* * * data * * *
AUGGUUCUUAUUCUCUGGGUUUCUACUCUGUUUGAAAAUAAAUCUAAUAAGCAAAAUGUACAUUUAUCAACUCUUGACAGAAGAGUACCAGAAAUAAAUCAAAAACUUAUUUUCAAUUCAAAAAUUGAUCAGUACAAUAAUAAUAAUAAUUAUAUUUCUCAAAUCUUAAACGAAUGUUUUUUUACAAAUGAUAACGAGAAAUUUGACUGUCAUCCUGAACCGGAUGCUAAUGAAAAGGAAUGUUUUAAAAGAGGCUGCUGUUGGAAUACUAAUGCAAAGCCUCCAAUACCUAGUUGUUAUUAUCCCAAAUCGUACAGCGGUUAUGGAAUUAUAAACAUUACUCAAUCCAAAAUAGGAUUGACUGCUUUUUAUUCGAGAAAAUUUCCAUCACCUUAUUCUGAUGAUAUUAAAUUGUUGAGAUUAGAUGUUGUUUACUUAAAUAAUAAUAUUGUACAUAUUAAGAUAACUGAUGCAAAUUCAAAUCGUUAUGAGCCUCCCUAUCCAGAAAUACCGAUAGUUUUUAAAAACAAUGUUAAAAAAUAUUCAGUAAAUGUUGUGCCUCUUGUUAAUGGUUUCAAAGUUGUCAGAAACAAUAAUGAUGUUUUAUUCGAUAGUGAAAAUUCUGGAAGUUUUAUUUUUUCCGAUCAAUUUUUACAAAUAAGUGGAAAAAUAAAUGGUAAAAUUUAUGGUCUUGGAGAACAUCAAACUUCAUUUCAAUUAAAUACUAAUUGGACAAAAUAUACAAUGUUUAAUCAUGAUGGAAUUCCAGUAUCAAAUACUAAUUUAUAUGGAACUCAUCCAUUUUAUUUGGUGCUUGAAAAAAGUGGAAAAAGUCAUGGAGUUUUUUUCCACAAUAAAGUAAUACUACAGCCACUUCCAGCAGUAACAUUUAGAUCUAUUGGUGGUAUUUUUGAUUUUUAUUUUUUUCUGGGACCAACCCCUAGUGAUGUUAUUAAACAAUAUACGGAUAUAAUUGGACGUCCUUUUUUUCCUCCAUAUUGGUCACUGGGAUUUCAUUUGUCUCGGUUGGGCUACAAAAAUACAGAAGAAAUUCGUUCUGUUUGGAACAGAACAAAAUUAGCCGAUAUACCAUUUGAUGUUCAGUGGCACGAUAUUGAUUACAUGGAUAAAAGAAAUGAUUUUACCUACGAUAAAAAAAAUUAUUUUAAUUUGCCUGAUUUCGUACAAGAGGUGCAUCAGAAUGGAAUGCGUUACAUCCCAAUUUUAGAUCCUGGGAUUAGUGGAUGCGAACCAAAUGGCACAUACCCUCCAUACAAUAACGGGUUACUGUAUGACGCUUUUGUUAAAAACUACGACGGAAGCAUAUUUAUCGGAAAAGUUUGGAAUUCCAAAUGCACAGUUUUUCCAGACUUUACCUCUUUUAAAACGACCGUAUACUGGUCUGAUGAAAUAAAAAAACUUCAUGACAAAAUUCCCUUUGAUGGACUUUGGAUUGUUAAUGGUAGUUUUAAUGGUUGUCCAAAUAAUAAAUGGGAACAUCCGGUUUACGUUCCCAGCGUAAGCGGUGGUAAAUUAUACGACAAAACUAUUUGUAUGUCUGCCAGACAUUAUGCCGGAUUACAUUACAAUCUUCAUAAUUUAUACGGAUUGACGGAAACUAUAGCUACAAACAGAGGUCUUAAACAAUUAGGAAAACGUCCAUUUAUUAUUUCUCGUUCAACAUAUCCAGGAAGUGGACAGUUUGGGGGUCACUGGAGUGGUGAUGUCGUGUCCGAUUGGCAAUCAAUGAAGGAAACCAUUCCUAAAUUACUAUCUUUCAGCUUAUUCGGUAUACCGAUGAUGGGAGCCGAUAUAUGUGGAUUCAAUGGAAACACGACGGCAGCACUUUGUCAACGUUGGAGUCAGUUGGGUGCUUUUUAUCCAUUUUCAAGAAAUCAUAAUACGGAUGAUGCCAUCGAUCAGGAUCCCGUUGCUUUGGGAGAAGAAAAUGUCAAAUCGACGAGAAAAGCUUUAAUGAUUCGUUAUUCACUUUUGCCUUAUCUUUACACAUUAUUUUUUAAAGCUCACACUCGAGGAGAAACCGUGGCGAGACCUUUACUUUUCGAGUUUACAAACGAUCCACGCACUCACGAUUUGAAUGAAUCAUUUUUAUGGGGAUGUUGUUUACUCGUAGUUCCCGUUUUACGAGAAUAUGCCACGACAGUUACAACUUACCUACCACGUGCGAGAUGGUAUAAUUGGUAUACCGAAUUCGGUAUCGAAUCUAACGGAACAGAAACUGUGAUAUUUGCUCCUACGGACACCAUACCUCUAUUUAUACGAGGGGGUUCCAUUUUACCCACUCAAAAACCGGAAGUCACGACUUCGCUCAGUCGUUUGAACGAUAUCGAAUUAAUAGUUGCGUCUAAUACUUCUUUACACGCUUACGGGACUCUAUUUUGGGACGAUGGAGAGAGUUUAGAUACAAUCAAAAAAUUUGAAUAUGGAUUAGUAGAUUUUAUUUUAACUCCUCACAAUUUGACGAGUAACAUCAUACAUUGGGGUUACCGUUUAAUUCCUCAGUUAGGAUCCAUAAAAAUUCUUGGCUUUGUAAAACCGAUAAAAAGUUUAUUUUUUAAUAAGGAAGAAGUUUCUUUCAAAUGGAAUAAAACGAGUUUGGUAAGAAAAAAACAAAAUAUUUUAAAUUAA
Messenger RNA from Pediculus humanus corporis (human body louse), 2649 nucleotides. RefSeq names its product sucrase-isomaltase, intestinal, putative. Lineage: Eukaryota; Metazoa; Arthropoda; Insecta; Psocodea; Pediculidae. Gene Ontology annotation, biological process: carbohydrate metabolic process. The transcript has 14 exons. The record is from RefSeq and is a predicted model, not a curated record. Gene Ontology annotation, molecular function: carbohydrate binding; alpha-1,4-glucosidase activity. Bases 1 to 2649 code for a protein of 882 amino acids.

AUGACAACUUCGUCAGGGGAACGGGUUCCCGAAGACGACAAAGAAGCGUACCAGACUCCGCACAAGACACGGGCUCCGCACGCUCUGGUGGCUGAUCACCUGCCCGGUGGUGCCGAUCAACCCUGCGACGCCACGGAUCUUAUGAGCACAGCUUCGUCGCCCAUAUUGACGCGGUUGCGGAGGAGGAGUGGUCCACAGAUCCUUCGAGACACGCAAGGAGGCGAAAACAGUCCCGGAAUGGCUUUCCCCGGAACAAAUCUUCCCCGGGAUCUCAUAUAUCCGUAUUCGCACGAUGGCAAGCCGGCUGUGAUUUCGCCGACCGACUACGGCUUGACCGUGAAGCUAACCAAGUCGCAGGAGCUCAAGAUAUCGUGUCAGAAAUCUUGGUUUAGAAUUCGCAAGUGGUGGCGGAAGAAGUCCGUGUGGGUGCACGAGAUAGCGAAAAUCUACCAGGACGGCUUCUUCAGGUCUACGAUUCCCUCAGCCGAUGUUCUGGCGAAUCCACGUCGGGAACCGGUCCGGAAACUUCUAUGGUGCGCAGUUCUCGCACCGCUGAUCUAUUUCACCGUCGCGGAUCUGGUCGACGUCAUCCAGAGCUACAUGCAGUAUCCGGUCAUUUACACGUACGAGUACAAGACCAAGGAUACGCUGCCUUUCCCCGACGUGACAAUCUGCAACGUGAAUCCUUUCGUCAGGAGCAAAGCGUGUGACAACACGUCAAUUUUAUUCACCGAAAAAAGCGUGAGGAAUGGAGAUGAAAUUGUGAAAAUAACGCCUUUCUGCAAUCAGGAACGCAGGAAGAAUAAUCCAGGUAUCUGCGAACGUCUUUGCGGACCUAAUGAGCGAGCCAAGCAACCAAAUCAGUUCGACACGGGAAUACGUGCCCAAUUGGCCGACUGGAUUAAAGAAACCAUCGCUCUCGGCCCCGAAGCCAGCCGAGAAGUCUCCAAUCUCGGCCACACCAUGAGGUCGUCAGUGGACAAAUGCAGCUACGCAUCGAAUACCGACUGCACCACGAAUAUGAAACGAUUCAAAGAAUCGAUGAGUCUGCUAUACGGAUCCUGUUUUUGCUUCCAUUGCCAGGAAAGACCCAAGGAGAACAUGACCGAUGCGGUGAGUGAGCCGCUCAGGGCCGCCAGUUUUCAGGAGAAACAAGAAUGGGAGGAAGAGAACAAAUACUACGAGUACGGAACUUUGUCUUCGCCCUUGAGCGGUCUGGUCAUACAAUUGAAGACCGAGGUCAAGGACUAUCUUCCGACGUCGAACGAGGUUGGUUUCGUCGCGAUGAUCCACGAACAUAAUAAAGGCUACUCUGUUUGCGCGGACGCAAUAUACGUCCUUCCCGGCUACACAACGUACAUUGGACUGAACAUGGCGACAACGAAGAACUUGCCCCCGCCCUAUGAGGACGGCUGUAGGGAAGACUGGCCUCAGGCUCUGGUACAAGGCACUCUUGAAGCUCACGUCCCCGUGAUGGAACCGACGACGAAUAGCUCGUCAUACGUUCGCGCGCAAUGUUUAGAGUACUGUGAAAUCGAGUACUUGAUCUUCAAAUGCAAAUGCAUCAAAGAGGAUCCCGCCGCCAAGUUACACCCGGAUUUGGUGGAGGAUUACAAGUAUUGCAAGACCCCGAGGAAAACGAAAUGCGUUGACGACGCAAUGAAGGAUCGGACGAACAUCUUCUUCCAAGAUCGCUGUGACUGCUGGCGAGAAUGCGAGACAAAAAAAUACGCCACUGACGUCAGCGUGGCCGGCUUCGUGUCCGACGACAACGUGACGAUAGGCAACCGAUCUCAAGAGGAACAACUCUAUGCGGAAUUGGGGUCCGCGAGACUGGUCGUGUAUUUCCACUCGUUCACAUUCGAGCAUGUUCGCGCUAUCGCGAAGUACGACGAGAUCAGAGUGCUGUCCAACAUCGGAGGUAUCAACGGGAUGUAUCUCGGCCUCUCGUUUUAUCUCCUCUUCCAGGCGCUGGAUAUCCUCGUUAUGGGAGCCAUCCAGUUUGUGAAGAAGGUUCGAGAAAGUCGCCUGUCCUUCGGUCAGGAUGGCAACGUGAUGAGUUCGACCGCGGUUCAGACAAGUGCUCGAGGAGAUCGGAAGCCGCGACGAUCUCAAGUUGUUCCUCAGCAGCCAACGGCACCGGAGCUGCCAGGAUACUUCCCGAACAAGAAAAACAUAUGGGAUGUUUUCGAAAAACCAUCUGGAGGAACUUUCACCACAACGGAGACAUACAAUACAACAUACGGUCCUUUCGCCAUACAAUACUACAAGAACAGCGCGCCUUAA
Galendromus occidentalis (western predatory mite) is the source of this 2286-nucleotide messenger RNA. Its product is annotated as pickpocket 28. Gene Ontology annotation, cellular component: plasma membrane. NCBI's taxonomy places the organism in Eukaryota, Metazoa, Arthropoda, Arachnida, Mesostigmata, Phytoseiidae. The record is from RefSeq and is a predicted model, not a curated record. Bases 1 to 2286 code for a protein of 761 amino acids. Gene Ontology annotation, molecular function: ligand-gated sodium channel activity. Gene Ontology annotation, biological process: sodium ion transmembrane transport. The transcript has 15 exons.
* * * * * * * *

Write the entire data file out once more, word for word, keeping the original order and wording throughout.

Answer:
AUGGUUCUUAUUCUCUGGGUUUCUACUCUGUUUGAAAAUAAAUCUAAUAAGCAAAAUGUACAUUUAUCAACUCUUGACAGAAGAGUACCAGAAAUAAAUCAAAAACUUAUUUUCAAUUCAAAAAUUGAUCAGUACAAUAAUAAUAAUAAUUAUAUUUCUCAAAUCUUAAACGAAUGUUUUUUUACAAAUGAUAACGAGAAAUUUGACUGUCAUCCUGAACCGGAUGCUAAUGAAAAGGAAUGUUUUAAAAGAGGCUGCUGUUGGAAUACUAAUGCAAAGCCUCCAAUACCUAGUUGUUAUUAUCCCAAAUCGUACAGCGGUUAUGGAAUUAUAAACAUUACUCAAUCCAAAAUAGGAUUGACUGCUUUUUAUUCGAGAAAAUUUCCAUCACCUUAUUCUGAUGAUAUUAAAUUGUUGAGAUUAGAUGUUGUUUACUUAAAUAAUAAUAUUGUACAUAUUAAGAUAACUGAUGCAAAUUCAAAUCGUUAUGAGCCUCCCUAUCCAGAAAUACCGAUAGUUUUUAAAAACAAUGUUAAAAAAUAUUCAGUAAAUGUUGUGCCUCUUGUUAAUGGUUUCAAAGUUGUCAGAAACAAUAAUGAUGUUUUAUUCGAUAGUGAAAAUUCUGGAAGUUUUAUUUUUUCCGAUCAAUUUUUACAAAUAAGUGGAAAAAUAAAUGGUAAAAUUUAUGGUCUUGGAGAACAUCAAACUUCAUUUCAAUUAAAUACUAAUUGGACAAAAUAUACAAUGUUUAAUCAUGAUGGAAUUCCAGUAUCAAAUACUAAUUUAUAUGGAACUCAUCCAUUUUAUUUGGUGCUUGAAAAAAGUGGAAAAAGUCAUGGAGUUUUUUUCCACAAUAAAGUAAUACUACAGCCACUUCCAGCAGUAACAUUUAGAUCUAUUGGUGGUAUUUUUGAUUUUUAUUUUUUUCUGGGACCAACCCCUAGUGAUGUUAUUAAACAAUAUACGGAUAUAAUUGGACGUCCUUUUUUUCCUCCAUAUUGGUCACUGGGAUUUCAUUUGUCUCGGUUGGGCUACAAAAAUACAGAAGAAAUUCGUUCUGUUUGGAACAGAACAAAAUUAGCCGAUAUACCAUUUGAUGUUCAGUGGCACGAUAUUGAUUACAUGGAUAAAAGAAAUGAUUUUACCUACGAUAAAAAAAAUUAUUUUAAUUUGCCUGAUUUCGUACAAGAGGUGCAUCAGAAUGGAAUGCGUUACAUCCCAAUUUUAGAUCCUGGGAUUAGUGGAUGCGAACCAAAUGGCACAUACCCUCCAUACAAUAACGGGUUACUGUAUGACGCUUUUGUUAAAAACUACGACGGAAGCAUAUUUAUCGGAAAAGUUUGGAAUUCCAAAUGCACAGUUUUUCCAGACUUUACCUCUUUUAAAACGACCGUAUACUGGUCUGAUGAAAUAAAAAAACUUCAUGACAAAAUUCCCUUUGAUGGACUUUGGAUUGUUAAUGGUAGUUUUAAUGGUUGUCCAAAUAAUAAAUGGGAACAUCCGGUUUACGUUCCCAGCGUAAGCGGUGGUAAAUUAUACGACAAAACUAUUUGUAUGUCUGCCAGACAUUAUGCCGGAUUACAUUACAAUCUUCAUAAUUUAUACGGAUUGACGGAAACUAUAGCUACAAACAGAGGUCUUAAACAAUUAGGAAAACGUCCAUUUAUUAUUUCUCGUUCAACAUAUCCAGGAAGUGGACAGUUUGGGGGUCACUGGAGUGGUGAUGUCGUGUCCGAUUGGCAAUCAAUGAAGGAAACCAUUCCUAAAUUACUAUCUUUCAGCUUAUUCGGUAUACCGAUGAUGGGAGCCGAUAUAUGUGGAUUCAAUGGAAACACGACGGCAGCACUUUGUCAACGUUGGAGUCAGUUGGGUGCUUUUUAUCCAUUUUCAAGAAAUCAUAAUACGGAUGAUGCCAUCGAUCAGGAUCCCGUUGCUUUGGGAGAAGAAAAUGUCAAAUCGACGAGAAAAGCUUUAAUGAUUCGUUAUUCACUUUUGCCUUAUCUUUACACAUUAUUUUUUAAAGCUCACACUCGAGGAGAAACCGUGGCGAGACCUUUACUUUUCGAGUUUACAAACGAUCCACGCACUCACGAUUUGAAUGAAUCAUUUUUAUGGGGAUGUUGUUUACUCGUAGUUCCCGUUUUACGAGAAUAUGCCACGACAGUUACAACUUACCUACCACGUGCGAGAUGGUAUAAUUGGUAUACCGAAUUCGGUAUCGAAUCUAACGGAACAGAAACUGUGAUAUUUGCUCCUACGGACACCAUACCUCUAUUUAUACGAGGGGGUUCCAUUUUACCCACUCAAAAACCGGAAGUCACGACUUCGCUCAGUCGUUUGAACGAUAUCGAAUUAAUAGUUGCGUCUAAUACUUCUUUACACGCUUACGGGACUCUAUUUUGGGACGAUGGAGAGAGUUUAGAUACAAUCAAAAAAUUUGAAUAUGGAUUAGUAGAUUUUAUUUUAACUCCUCACAAUUUGACGAGUAACAUCAUACAUUGGGGUUACCGUUUAAUUCCUCAGUUAGGAUCCAUAAAAAUUCUUGGCUUUGUAAAACCGAUAAAAAGUUUAUUUUUUAAUAAGGAAGAAGUUUCUUUCAAAUGGAAUAAAACGAGUUUGGUAAGAAAAAAACAAAAUAUUUUAAAUUAA
Messenger RNA from Pediculus humanus corporis (human body louse), 2649 nucleotides. RefSeq names its product sucrase-isomaltase, intestinal, putative. Lineage: Eukaryota; Metazoa; Arthropoda; Insecta; Psocodea; Pediculidae. Gene Ontology annotation, biological process: carbohydrate metabolic process. The transcript has 14 exons. The record is from RefSeq and is a predicted model, not a curated record. Gene Ontology annotation, molecular function: carbohydrate binding; alpha-1,4-glucosidase activity. Bases 1 to 2649 code for a protein of 882 amino acids.

AUGACAACUUCGUCAGGGGAACGGGUUCCCGAAGACGACAAAGAAGCGUACCAGACUCCGCACAAGACACGGGCUCCGCACGCUCUGGUGGCUGAUCACCUGCCCGGUGGUGCCGAUCAACCCUGCGACGCCACGGAUCUUAUGAGCACAGCUUCGUCGCCCAUAUUGACGCGGUUGCGGAGGAGGAGUGGUCCACAGAUCCUUCGAGACACGCAAGGAGGCGAAAACAGUCCCGGAAUGGCUUUCCCCGGAACAAAUCUUCCCCGGGAUCUCAUAUAUCCGUAUUCGCACGAUGGCAAGCCGGCUGUGAUUUCGCCGACCGACUACGGCUUGACCGUGAAGCUAACCAAGUCGCAGGAGCUCAAGAUAUCGUGUCAGAAAUCUUGGUUUAGAAUUCGCAAGUGGUGGCGGAAGAAGUCCGUGUGGGUGCACGAGAUAGCGAAAAUCUACCAGGACGGCUUCUUCAGGUCUACGAUUCCCUCAGCCGAUGUUCUGGCGAAUCCACGUCGGGAACCGGUCCGGAAACUUCUAUGGUGCGCAGUUCUCGCACCGCUGAUCUAUUUCACCGUCGCGGAUCUGGUCGACGUCAUCCAGAGCUACAUGCAGUAUCCGGUCAUUUACACGUACGAGUACAAGACCAAGGAUACGCUGCCUUUCCCCGACGUGACAAUCUGCAACGUGAAUCCUUUCGUCAGGAGCAAAGCGUGUGACAACACGUCAAUUUUAUUCACCGAAAAAAGCGUGAGGAAUGGAGAUGAAAUUGUGAAAAUAACGCCUUUCUGCAAUCAGGAACGCAGGAAGAAUAAUCCAGGUAUCUGCGAACGUCUUUGCGGACCUAAUGAGCGAGCCAAGCAACCAAAUCAGUUCGACACGGGAAUACGUGCCCAAUUGGCCGACUGGAUUAAAGAAACCAUCGCUCUCGGCCCCGAAGCCAGCCGAGAAGUCUCCAAUCUCGGCCACACCAUGAGGUCGUCAGUGGACAAAUGCAGCUACGCAUCGAAUACCGACUGCACCACGAAUAUGAAACGAUUCAAAGAAUCGAUGAGUCUGCUAUACGGAUCCUGUUUUUGCUUCCAUUGCCAGGAAAGACCCAAGGAGAACAUGACCGAUGCGGUGAGUGAGCCGCUCAGGGCCGCCAGUUUUCAGGAGAAACAAGAAUGGGAGGAAGAGAACAAAUACUACGAGUACGGAACUUUGUCUUCGCCCUUGAGCGGUCUGGUCAUACAAUUGAAGACCGAGGUCAAGGACUAUCUUCCGACGUCGAACGAGGUUGGUUUCGUCGCGAUGAUCCACGAACAUAAUAAAGGCUACUCUGUUUGCGCGGACGCAAUAUACGUCCUUCCCGGCUACACAACGUACAUUGGACUGAACAUGGCGACAACGAAGAACUUGCCCCCGCCCUAUGAGGACGGCUGUAGGGAAGACUGGCCUCAGGCUCUGGUACAAGGCACUCUUGAAGCUCACGUCCCCGUGAUGGAACCGACGACGAAUAGCUCGUCAUACGUUCGCGCGCAAUGUUUAGAGUACUGUGAAAUCGAGUACUUGAUCUUCAAAUGCAAAUGCAUCAAAGAGGAUCCCGCCGCCAAGUUACACCCGGAUUUGGUGGAGGAUUACAAGUAUUGCAAGACCCCGAGGAAAACGAAAUGCGUUGACGACGCAAUGAAGGAUCGGACGAACAUCUUCUUCCAAGAUCGCUGUGACUGCUGGCGAGAAUGCGAGACAAAAAAAUACGCCACUGACGUCAGCGUGGCCGGCUUCGUGUCCGACGACAACGUGACGAUAGGCAACCGAUCUCAAGAGGAACAACUCUAUGCGGAAUUGGGGUCCGCGAGACUGGUCGUGUAUUUCCACUCGUUCACAUUCGAGCAUGUUCGCGCUAUCGCGAAGUACGACGAGAUCAGAGUGCUGUCCAACAUCGGAGGUAUCAACGGGAUGUAUCUCGGCCUCUCGUUUUAUCUCCUCUUCCAGGCGCUGGAUAUCCUCGUUAUGGGAGCCAUCCAGUUUGUGAAGAAGGUUCGAGAAAGUCGCCUGUCCUUCGGUCAGGAUGGCAACGUGAUGAGUUCGACCGCGGUUCAGACAAGUGCUCGAGGAGAUCGGAAGCCGCGACGAUCUCAAGUUGUUCCUCAGCAGCCAACGGCACCGGAGCUGCCAGGAUACUUCCCGAACAAGAAAAACAUAUGGGAUGUUUUCGAAAAACCAUCUGGAGGAACUUUCACCACAACGGAGACAUACAAUACAACAUACGGUCCUUUCGCCAUACAAUACUACAAGAACAGCGCGCCUUAA
Galendromus occidentalis (western predatory mite) is the source of this 2286-nucleotide messenger RNA. Its product is annotated as pickpocket 28. Gene Ontology annotation, cellular component: plasma membrane. NCBI's taxonomy places the organism in Eukaryota, Metazoa, Arthropoda, Arachnida, Mesostigmata, Phytoseiidae. The record is from RefSeq and is a predicted model, not a curated record. Bases 1 to 2286 code for a protein of 761 amino acids. Gene Ontology annotation, molecular function: ligand-gated sodium channel activity. Gene Ontology annotation, biological process: sodium ion transmembrane transport. The transcript has 15 exons.